Tennis Canada is celebrating its 125th anniversary this year as stewards of the game in this country. Over the next several weeks, we will be honouring Canada’s vast history in tennis and remembering many of the people and moments that have played a role in creating the fabric of Canadian tennis. This is part one of a five-part series.
It was a late March day nearly 40 years ago when Klaus Bindhart and Francois Godbout, the president and vice-president of Tennis Canada at the time, climbed through two feet of snow and over a fence at Jarry Park. Standing before them was the empty former home of the Montreal Expos and the two Canadian tennis officials were scouting it for the site of the new Montreal tournament.
“The place was absolutely empty, there was no guard,” Godbout remembers. “Klaus was not satisfied to look at the place from the outside, so we climbed the fence just to be inside the perimeter. We looked pretty boy scout to do this, thank goodness there was nobody who saw us or we could have been arrested!”
Their efforts paid off and the site would of course soon become home of the Canadian Open in Montreal. Starting from humble beginnings, the tournament is now among the best in the world and a must-visit event in the city every single year.
Godbout and Bindhart are just two of many individuals who have made significant impacts on tennis in Canada over the past 125 years, shaping it to become the growing sport it is today. Here is a look at several of those people and their off-court contributions.
Tennis Canada was founded as the Canadian Lawn Tennis Association in 1890 and two individuals probably had the most influence on the sport in this country back then – Isidore Hellmuth and Charles Hyman. Hellmuth was one of the first members of the Toronto Lawn Tennis Club and organized the first-ever Canadian International Championships (forerunner to today’s Rogers Cup) there in 1881. A talented player himself, he was in fact crowned its first champion. Hyman – who was actually Hullmuth’s brother-in-law – was the first president of the CLTA.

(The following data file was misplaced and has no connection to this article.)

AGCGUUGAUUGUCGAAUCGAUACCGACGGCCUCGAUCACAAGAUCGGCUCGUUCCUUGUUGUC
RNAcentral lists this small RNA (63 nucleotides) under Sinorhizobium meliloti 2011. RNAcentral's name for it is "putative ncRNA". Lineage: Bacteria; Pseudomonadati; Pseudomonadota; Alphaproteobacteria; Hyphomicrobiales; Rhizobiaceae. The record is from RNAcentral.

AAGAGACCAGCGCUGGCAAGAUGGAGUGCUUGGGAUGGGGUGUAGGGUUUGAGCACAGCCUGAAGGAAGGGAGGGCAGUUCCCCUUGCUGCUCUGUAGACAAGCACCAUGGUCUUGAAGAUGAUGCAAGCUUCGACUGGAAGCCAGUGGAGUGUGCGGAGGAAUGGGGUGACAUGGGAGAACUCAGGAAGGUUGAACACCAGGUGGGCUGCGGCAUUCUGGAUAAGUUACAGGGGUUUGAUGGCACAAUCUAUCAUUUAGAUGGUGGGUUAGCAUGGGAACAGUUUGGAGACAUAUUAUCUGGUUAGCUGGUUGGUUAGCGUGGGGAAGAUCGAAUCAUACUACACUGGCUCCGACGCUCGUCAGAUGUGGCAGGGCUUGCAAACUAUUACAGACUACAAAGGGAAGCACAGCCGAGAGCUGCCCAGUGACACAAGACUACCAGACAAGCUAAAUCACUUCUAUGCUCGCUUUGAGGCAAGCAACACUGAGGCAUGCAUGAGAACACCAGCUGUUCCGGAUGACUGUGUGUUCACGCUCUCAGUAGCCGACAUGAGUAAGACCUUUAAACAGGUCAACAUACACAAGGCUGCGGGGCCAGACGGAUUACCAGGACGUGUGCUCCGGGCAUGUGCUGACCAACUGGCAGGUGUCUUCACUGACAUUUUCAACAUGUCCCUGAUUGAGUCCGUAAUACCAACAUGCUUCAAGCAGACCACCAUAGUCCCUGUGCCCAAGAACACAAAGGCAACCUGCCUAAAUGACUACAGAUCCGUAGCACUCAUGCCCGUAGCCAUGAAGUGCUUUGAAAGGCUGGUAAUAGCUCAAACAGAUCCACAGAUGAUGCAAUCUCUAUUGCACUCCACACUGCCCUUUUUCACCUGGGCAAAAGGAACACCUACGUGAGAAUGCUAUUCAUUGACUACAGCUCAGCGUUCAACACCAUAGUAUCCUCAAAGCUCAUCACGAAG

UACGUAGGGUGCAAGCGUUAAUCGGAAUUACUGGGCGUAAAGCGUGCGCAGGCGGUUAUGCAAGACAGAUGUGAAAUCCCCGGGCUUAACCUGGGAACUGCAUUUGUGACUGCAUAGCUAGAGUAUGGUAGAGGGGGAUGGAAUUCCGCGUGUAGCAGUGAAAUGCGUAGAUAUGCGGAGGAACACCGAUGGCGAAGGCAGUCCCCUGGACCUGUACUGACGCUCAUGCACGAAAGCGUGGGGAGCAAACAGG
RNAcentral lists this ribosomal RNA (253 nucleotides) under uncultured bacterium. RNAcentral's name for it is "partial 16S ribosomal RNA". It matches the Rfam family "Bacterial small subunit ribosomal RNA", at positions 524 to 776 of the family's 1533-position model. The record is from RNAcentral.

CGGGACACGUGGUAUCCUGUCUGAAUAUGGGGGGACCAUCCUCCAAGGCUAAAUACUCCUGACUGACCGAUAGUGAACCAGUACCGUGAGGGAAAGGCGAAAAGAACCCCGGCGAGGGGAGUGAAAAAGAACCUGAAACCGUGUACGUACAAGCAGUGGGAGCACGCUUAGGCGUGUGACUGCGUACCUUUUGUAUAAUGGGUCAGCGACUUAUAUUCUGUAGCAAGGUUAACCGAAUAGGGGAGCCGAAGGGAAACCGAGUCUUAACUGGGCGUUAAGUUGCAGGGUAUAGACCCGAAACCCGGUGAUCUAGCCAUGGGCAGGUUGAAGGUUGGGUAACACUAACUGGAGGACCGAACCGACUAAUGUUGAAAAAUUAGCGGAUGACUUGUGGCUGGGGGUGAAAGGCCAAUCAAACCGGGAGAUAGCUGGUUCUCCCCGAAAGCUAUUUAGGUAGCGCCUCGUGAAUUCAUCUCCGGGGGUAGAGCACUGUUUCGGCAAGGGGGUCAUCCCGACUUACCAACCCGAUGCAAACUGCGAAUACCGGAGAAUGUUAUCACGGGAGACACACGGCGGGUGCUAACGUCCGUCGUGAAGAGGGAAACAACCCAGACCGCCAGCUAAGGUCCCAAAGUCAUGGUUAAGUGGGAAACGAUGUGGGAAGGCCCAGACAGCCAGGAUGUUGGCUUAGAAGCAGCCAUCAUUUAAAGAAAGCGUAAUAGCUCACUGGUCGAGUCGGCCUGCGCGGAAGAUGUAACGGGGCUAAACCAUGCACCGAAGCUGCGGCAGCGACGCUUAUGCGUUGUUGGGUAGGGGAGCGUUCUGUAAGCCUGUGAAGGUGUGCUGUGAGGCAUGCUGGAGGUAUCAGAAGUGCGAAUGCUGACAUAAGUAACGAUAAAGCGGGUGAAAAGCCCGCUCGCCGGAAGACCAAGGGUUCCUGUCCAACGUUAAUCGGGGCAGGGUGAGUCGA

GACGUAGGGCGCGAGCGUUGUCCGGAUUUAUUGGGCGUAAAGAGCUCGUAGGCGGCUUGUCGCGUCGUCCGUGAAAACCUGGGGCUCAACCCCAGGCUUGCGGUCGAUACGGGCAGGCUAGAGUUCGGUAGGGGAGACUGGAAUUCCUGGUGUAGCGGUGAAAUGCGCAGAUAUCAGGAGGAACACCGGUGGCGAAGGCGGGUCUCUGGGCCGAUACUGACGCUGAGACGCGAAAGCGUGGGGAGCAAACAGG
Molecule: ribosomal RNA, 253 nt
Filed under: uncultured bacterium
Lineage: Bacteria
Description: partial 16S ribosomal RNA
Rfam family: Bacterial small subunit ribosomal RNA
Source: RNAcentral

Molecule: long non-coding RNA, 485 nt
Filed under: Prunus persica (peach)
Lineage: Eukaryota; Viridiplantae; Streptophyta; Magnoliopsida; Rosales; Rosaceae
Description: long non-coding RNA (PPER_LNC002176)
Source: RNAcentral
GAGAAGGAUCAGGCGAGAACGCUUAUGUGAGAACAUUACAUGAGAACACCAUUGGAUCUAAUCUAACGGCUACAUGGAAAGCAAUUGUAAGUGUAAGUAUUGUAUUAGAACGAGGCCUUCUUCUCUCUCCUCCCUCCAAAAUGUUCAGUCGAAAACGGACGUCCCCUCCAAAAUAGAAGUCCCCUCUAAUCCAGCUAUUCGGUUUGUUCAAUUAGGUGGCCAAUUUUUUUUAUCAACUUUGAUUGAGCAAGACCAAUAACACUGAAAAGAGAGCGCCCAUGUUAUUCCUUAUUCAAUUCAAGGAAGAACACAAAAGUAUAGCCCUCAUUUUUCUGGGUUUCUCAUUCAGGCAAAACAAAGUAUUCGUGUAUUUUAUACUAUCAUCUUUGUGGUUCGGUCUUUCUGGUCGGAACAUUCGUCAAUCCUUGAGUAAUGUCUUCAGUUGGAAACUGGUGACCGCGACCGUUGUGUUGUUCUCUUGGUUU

Fun Fact – Hellmuth and Hyman teamed up to claim the 1886 men’s doubles title at the Canadian International Championships.
For close to 100 years, the main focus of Tennis Canada was on operating and growing the Canadian Open. It was this tournament that gave the nation a place in the tennis world and that allows the organization today to funnel money into development.
At the dawn of the Open Era, it was because of the leadership of several key individuals that the Canadian Open didn’t fold and instead grew to become one of the most important tournaments every year. Among those were Ken Sinclair, Don Fontana, and Bindhart, who helped secure a regular site for the tournament – swapping each year between the Toronto Lawn and Toronto Cricket – and a sponsor in Rothmans. The prize money that first year was $2,000. It was again those three plus Lawrie Strong who spearheaded the move to York University when it was clear the tournament was outgrowing its current home. They oversaw the negotiations and construction for the new stadium and the first tournament at York was in 1976.
Fun Fact – Fontana, who was tournament director from 1971 to 1978, was a true tennis fan who would print out the draws for each week’s tournament from around the world and fill them out day by day.
Imperial Tobacco, led by Paul Pare, came on as title sponsor in 1979. Pare was passionate about tennis, and it showed. Not just a sponsor, Imperial was invested in the sport of tennis in Canada and wanted to be a real partner in growing it. It was because of Imperial’s influence – its home base was Montreal – that the Canadian Open split into separate Montreal and Toronto events, switching between the men and women every year. Hence, the need for Bindhart and Godbout to hop the fence at Jarry Park! The first Montreal tournament was held in 1981, exactly 100 years after the first-ever event.
Pare’s involvement also saw the Canadian Open bring in IMG, and thusly John Beddington, who became tournament director for 15 years from 1979 to 1994. A tireless promoter of the event with a strong relationship to the players, during his time the tournament budgets increased from less than half a million dollars to over 15 million as revenues also increased.
Following Pare’s retirement, it was Wilmat Tennyson who took on the reins for Imperial Tobacco and ensured the company’s ongoing support of tennis in Canada and of the tournament.